Friday, February 21, 2014

The Imposters

It still happens weekly. She catches my eye. I see the short, beautiful white hair, the petite build, and I gasp. I recognize her. I know her. But then, after a longer look, I am plunged back into reality.

I see this woman taking walks, in the store, and just the other day, in a bar. Walking was and still is her thing, so that mistake is almost understandable. But a bar? She was never one to frequent bars. Either way, it doesn’t matter. It’s not her.

Despite the fact that my mom has been in a facility for years due to her battle with Alzheimer’s disease, something in me holds on to the woman I once knew. I am not sure why. Maybe it’s habit, because it sure isn’t hope. There is no going back from her disease.

When I see her “imposters,” I tend to gasp and have uncontrollable feelings of happiness and recognition. They are the sort of feelings you experience when you see a friend in an unexpected place. The quick feeling of joy and the slight adrenaline rush is quickly replaced with disappointment, sadness, and also a feeling of internal embarrassment.

Embarrassed because I have continually let myself be tricked. Tricked in an instant, even though I am very aware of the reality. I live that reality every single day. The reality that she must be in a locked down unit for her safety. Although she loves to walk, she certainly won’t be seen walking the trail in Zionsville, where many times I thought I saw her. She walks only at the facility.

To be in public and have that happen is tough. It’s a burst of emotions that tie my mind and heart into knots of confusion. Each time it happens, I try to recover just as quickly as it happens. I immediately begin an interior dialogue as I wonder why it happened. I ask myself how I could think that was her when I know, in my mind and heart, that it isn’t, that it can’t be? The instant joy, followed by disappointment buoyed on a layer of confusion and sadness, is almost too much to take in and process in seconds. But I do it, every week, when I glance and see a person who I suppose for an instant to be Mom.

I have never told anyone that this happens. It is one more entry on a laundry list of strange things that happen as I try to deal with my mom’s disease. It is just another situation that sounds crazy if I try to explain it. Stranger still, I sometimes think that, even if those moments are too strange to be explained, maybe they are not entirely unwelcome. For even if each moment is fleeting, and is inevitably followed by disappointment, for that instant I am so happy and excited to see the mom I once knew. A walk in the park, a day of shopping, having a drink at a bar are everyday experiences that we take for granted. When I think I see Mom experiencing life in the ways that I know she would be, if she only could, rather than fearing my momentary confusion, perhaps I will learn to accept it as a gift of imagination. Time will tell.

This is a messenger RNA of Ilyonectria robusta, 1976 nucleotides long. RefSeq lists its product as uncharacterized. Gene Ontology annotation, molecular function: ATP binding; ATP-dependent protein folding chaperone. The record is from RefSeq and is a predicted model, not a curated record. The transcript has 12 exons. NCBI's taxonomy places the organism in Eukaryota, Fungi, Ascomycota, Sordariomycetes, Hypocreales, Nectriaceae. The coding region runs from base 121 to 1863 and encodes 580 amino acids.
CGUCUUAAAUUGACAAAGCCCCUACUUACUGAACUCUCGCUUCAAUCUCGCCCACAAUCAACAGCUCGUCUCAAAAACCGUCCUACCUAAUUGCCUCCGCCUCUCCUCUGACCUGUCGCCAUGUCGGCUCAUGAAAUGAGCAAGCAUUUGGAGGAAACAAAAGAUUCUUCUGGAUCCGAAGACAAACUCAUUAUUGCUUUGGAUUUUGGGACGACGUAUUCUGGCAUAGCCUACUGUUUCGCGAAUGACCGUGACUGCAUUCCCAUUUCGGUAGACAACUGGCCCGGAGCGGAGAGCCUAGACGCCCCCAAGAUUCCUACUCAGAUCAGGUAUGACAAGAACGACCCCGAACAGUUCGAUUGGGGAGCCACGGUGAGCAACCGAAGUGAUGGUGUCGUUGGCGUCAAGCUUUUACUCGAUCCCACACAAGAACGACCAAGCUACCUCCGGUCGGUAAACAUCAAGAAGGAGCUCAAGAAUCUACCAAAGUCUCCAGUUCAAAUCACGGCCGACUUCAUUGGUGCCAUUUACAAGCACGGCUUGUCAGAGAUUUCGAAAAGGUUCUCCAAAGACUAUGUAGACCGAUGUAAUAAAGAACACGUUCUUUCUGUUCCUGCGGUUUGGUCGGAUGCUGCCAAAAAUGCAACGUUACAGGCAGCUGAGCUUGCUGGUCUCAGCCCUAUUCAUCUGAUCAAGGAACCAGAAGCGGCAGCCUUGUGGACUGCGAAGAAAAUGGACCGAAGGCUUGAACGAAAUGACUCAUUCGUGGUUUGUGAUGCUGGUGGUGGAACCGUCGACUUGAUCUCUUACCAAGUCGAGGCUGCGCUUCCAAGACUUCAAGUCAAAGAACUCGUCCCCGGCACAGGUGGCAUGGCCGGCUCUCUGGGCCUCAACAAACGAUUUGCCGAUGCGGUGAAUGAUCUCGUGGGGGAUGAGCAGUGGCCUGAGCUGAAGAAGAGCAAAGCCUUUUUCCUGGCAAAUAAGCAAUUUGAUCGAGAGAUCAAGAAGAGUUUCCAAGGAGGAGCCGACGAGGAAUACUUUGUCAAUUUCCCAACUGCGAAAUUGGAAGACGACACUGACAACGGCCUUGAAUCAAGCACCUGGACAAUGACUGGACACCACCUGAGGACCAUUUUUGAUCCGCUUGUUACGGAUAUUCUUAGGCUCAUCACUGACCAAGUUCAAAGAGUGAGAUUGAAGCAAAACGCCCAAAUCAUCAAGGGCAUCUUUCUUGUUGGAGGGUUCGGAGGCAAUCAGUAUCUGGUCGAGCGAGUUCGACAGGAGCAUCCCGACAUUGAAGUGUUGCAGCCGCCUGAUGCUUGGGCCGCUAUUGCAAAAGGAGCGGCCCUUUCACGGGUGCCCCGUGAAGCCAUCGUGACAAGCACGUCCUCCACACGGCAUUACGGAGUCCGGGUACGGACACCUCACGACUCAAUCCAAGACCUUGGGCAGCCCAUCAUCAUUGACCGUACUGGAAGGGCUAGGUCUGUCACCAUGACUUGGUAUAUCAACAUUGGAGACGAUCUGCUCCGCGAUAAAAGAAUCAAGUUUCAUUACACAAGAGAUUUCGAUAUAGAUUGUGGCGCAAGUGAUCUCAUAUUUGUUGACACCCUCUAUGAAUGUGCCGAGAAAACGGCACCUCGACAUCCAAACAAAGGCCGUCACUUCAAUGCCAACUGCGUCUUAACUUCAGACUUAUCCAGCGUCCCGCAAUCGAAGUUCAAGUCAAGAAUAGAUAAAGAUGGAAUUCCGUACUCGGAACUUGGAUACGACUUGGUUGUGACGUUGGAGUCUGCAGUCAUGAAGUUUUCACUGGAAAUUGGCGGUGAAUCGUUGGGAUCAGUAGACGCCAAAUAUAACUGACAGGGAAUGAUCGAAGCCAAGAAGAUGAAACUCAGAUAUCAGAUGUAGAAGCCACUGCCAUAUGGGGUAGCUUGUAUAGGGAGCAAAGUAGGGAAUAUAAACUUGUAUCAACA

But for now I will settle for holding her hand, taking her on a walk around the ward, and helping her drink her lemonade at lunch. These moments soon will be gone, too. Though these times are different from the times we could have had together, they are the moments I now have with my mom. These moments are real, and I must cherish each one.

Sunday, February 2, 2014

Take Care

This first month of the year has been anything but what I had expected. Wrought with health crises, winter storms and broken “stuff.” You would think having 31 days filled, and I mean FILLED, with all of this could about break a person, yet somehow I have remained calm and fairly balanced. This girl, who has been known to be filled with anxiety, has managed to be anything but.

Yesterday I was thinking about why I have had such a sudden change. I don't have the answer yet, but these last 31 days have brought insight. This month has taught and retaught me lessons of love, compassion, and responsibility.

  1. If you feel like something is “off” with your body, you are probably right. This statement comes from my own personal experience, as well as what others have said. Examples of feeling "off" are aches and pains that you never had before, being tired all the time, and losing hair. Or maybe it’s just the feeling that something is off and your body isn't functioning as efficiently as it should be. Now, many people will make the excuse that they are older and this is probably the reason they aren't feeling quite right.. Could be, but in my case, as well as with some of my friends, it was not age, but something out of whack with the body. Don't make excuses, find answers.